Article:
Reminded me of this discussion about how to initialize a "special" array.
Eh, I kinda prefer A here. Knowing the size right away isn't as clear to me in B. I mean adding 100 and 100 and 300 is pretty easy to understand and straight forward. But combining an array with 500 elements with one that has 100 elements can have a size between 500 and 600 and I need to think differently in my head to realize what the final size is. Certainly having a comment stating what the intent would help either case. Of course B uses less block diagram space but if it at the cost of read ability I wouldn't prefer it on such a simple thing as this.
Eh, I kinda prefer A here. Knowing the size right away isn't as clear to me in B. I mean adding 100 and 100 and 300 is pretty easy to understand and straight forward. But combining an array with 500 elements with one that has 100 elements can have a size between 500 and 600 ....
I am not familiar with the word "combining" (a very ambiguous word! :o). I am using "Replace array subset", which is guaranteed to operate in place and will not change the size of the upper input vs. outputs. (most often, the total size is given and needs to match e.g. a data array, etc.)
My method (B) scales significantly better if certain things are not constant. For example if user controls for width and delay are implemented, these can be wired directly to code B, while in code A one would need to recalculate quite a few blue inputs. Many more places for bugs to hide. 😉 It is now also much harder for the compiler to guess the final size allocation. My code guarantees inplaceness. 🙂
I am not familiar with the word "combining" (a very ambiguous word! :o).
I wanted to use a word that is as ambiguous as the function itself highlighting my point.
You said replace array subset guaranteed it won't change the size of that, and you are right with the way you have it. But I wouldn't know that at a first glance. I need to look at the code and realize what is happening. If you asked me what is the size of the final array I would answer 500 faster looking at A then I would looking at B.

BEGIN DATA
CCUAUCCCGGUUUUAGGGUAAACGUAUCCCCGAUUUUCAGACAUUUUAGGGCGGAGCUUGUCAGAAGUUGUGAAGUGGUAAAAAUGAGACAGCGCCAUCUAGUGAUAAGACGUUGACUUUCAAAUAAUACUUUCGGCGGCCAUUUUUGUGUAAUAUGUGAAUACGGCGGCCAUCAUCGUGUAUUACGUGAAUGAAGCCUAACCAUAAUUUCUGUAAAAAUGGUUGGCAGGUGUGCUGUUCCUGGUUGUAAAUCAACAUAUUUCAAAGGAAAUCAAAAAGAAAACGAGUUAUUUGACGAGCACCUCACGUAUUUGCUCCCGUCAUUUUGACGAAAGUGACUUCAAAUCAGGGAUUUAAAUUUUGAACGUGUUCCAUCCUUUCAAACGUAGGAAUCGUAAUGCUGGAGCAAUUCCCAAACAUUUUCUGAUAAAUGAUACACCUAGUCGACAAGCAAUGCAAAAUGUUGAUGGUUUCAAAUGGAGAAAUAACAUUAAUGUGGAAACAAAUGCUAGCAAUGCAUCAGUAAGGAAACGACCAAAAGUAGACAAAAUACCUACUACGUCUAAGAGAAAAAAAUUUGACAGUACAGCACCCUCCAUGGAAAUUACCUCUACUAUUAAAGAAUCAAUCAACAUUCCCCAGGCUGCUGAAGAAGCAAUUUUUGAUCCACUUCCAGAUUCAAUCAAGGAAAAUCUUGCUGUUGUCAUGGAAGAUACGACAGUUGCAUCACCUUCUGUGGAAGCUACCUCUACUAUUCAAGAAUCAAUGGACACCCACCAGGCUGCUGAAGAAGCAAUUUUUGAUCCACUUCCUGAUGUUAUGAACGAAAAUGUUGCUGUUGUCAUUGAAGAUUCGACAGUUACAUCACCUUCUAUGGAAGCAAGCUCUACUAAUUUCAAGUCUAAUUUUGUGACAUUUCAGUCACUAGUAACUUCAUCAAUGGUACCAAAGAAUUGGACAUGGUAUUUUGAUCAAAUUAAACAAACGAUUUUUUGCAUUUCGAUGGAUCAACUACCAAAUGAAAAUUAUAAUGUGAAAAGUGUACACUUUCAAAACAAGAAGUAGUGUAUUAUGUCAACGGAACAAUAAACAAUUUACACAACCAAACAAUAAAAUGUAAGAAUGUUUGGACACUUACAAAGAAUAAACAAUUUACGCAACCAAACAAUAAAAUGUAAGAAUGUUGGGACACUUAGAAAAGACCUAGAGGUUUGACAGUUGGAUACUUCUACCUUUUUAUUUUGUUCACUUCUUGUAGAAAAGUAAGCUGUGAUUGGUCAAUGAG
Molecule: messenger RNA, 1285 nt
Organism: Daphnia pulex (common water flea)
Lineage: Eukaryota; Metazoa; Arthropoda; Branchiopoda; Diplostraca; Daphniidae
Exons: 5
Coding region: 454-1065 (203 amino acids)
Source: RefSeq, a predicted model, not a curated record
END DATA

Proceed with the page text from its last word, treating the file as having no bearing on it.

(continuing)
I never said which worked better in place, or what scaled better, or what works better with controls. I just said for readability I prefer A over B.
A > Fussy programmer: "Yeah but I want to avoid so much array initialization and manipulation..."
B > Fussy programmer: "Yeah but I want to avoid extra memory allocation..."
Just re-rube it a little and I give you option C...
C > Fussy programmer: "Yeah but I want to avoid processing large sections of the data..."
There's also the Spike function:
A bit of creativity with that and the Step and Square functions and you can make almost anything 😄
Where (Fussy programmer = Me) altenbach's D wins on all counts. Best de-rube, easy to read, smallest diagram, less memory allocation, less array manipulation, less data processing (or at least it's all hidden from the user).
Otherwise I agree with Hooovahh in Message 2081.
I definitely prefer the blue (top), but it seems a bit rubegoldbergish. The lower will be faster because the input is an empty string constant.
How does the input string actually look like? Time limiting step is probably the chart update, though 😉
I forgot to put a link to the source. I have added it now. The multiple increments to increment the indices of an index array that is already self-incrementing (is that enough "in-"s in one sentence?) is quite special. The digit by digit manipulation of the ASCII values of string characters was quite sophisticated, but also unnecessary. I don't particularly like the string splitting, but it should work for the problem as it was presented, which was a rather bad protocol for sending data.